Design process 210 preferably employs and incorporates hardware and/or software modules for synthesizing, translating, or otherwise processing a design/simulation functional equivalent of given integrated circuit chip design to generate a netlist 280 which may contain design structures such as design structure 220. Netlist 280 may comprise, for example, compiled or otherwise processed data structures representing a list of wires, discrete components, logic gates, control circuits, I/O devices, models, etc. that describes the connections to other elements and circuits in an integrated circuit design. Netlist 280 may be synthesized using an iterative process in which netlist 280 is resynthesized one or more times depending on design specifications and parameters for the device. As with other design structure types described herein, netlist 280 may be recorded on a machine-readable data storage medium or programmed into a programmable gate array. The medium may be a non-volatile storage medium such as a magnetic or optical disk drive, a programmable gate array, a compact flash, or other flash memory. Additionally, or in the alternative, the medium may be a system or cache memory, buffer space, or electrically or optically conductive devices and materials on which data packets may be transmitted and intermediately stored via the Internet, or other networking suitable means.

Design process 210 may include hardware and/or software modules for processing a variety of input data structure types including netlist 280. Such data structure types may reside, for example, within library elements 230 and include a set of commonly used elements, circuits, and devices, including models, layouts, and symbolic representations, for a given manufacturing technology (e.g., different technology nodes, 32 nm, 45 nm, 90 nm, etc.). The data structure types may further include design specifications 240, characterization data 250, verification data 260, design rules 270, and test data files 285 which may include input test patterns, output test results, and other testing information. Design process 210 may further include, for example, standard mechanical design processes such as stress analysis, thermal analysis, mechanical event simulation, process simulation for operations such as casting, molding, and die press forming, etc. One of ordinary skill in the art of mechanical design can appreciate the extent of possible mechanical design tools and applications used in design process 210 without deviating from the scope and spirit of the invention.

Design process 210 may also include hardware and/or software modules other for performing standard circuit design processes such as timing analysis, verification, design rule checking, place and route operations, or any other analysis tool required to perform the above-described yield calculations at process 110 of FIG. 1. Design process 210 may further include hardware and/or software modules for setting and applying the above-described profit function at processes 112-114 of FIG. 1.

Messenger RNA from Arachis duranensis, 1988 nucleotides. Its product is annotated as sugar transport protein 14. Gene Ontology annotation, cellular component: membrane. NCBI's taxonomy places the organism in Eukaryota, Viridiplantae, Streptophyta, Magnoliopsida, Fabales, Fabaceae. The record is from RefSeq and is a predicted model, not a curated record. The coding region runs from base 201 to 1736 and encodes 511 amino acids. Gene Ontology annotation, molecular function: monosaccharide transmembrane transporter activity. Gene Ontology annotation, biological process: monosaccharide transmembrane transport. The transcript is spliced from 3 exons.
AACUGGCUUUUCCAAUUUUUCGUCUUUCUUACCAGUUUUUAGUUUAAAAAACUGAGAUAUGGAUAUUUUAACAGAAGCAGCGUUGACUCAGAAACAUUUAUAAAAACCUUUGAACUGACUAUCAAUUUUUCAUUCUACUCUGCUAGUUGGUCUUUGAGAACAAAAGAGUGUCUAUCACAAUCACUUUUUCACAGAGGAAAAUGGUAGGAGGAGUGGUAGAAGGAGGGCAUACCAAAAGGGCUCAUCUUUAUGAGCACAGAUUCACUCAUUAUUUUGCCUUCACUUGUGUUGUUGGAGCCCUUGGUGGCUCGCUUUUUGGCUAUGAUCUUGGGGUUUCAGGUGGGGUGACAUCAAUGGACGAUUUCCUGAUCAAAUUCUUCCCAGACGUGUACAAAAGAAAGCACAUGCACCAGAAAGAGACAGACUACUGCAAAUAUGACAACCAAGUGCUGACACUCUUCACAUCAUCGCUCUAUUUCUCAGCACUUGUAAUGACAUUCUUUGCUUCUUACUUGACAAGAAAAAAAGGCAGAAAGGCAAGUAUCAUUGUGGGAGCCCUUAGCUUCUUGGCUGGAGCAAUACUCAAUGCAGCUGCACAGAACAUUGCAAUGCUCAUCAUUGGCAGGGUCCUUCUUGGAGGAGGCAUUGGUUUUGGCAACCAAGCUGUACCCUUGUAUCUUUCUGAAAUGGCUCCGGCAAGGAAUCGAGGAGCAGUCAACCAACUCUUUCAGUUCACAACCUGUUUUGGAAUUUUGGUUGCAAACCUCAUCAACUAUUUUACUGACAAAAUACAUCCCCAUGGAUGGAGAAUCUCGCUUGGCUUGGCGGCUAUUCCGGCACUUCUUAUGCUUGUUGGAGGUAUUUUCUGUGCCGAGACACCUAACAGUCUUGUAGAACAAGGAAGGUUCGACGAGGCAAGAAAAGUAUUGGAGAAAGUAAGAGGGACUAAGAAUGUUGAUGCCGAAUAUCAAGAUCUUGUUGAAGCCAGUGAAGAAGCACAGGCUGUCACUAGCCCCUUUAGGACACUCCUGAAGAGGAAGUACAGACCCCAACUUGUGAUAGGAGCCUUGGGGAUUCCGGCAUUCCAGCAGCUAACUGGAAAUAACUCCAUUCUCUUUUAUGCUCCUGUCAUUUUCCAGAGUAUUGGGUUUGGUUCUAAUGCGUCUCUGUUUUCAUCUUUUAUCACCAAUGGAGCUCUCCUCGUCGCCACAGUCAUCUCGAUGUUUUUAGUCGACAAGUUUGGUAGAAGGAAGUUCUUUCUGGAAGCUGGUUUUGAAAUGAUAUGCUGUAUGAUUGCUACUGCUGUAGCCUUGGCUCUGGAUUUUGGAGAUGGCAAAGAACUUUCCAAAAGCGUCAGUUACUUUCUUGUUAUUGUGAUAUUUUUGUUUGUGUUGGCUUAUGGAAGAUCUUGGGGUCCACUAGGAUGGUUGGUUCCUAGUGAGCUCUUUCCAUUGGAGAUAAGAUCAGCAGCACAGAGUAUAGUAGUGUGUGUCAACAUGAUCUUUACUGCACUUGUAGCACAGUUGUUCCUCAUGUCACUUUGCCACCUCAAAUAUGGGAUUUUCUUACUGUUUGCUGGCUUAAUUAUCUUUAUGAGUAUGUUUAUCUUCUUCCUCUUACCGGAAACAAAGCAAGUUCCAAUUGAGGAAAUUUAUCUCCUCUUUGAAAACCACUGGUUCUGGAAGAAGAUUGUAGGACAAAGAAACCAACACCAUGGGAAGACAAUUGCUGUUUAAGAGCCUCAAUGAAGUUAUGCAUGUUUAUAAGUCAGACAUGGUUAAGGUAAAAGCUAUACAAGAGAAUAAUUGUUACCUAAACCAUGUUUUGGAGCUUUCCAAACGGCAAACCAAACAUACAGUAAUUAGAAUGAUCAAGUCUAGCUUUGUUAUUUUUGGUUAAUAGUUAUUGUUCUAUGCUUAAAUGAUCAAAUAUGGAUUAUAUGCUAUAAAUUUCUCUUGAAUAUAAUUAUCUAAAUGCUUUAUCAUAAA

Design process 210 employs and incorporates logic and physical design tools such as HDL compilers and simulation model build tools to process and modify (e.g., at process 118 of FIG. 1) design structure 220 together with some or all of the depicted supporting data structures along with any additional mechanical design or data (if applicable), to generate a final design structure 290. Final design structure 290 resides on a storage medium or programmable gate array in a data format used for the exchange of data of mechanical devices and structures (e.g. information stored in an IGES, DXF, Parasolid XT, JT, DRG, or any other suitable format for storing or rendering such mechanical design structures). Final design structure 290 preferably comprises one or more files, data structures, or other computer-encoded data or instructions that reside on transmission or data storage media and that when processed by an ECAD system generate a logically or otherwise functionally equivalent embodiment of the given integrated circuit chip design, as modified according to the method embodiments of FIG. 1. In one embodiment, final design structure 290 may comprise a compiled, executable HDL simulation model that functionally simulates the devices contained in the modified integrated circuit chip design.

Design structure 290 may also employ a data format used for the exchange of layout data of integrated circuits and/or symbolic data format (e.g. information stored in a GDSII (GDS2), GL1, OASIS, map files, or any other suitable format for storing such design data structures). Design structure 290 may comprise information such as, for example, symbolic data, map files, test data files, design content files, manufacturing data, layout parameters, wires, levels of metal, vias, shapes, data for routing through the manufacturing line, and any other data required by a manufacturer or other designer/developer to produce the designed integrated circuit chip, as modified. Design structure 290 may then proceed to a stage 295 where, for example, design structure 290: proceeds to tape-out, is released to manufacturing, is released to a mask house, is sent to another design house, is sent back to the customer, etc.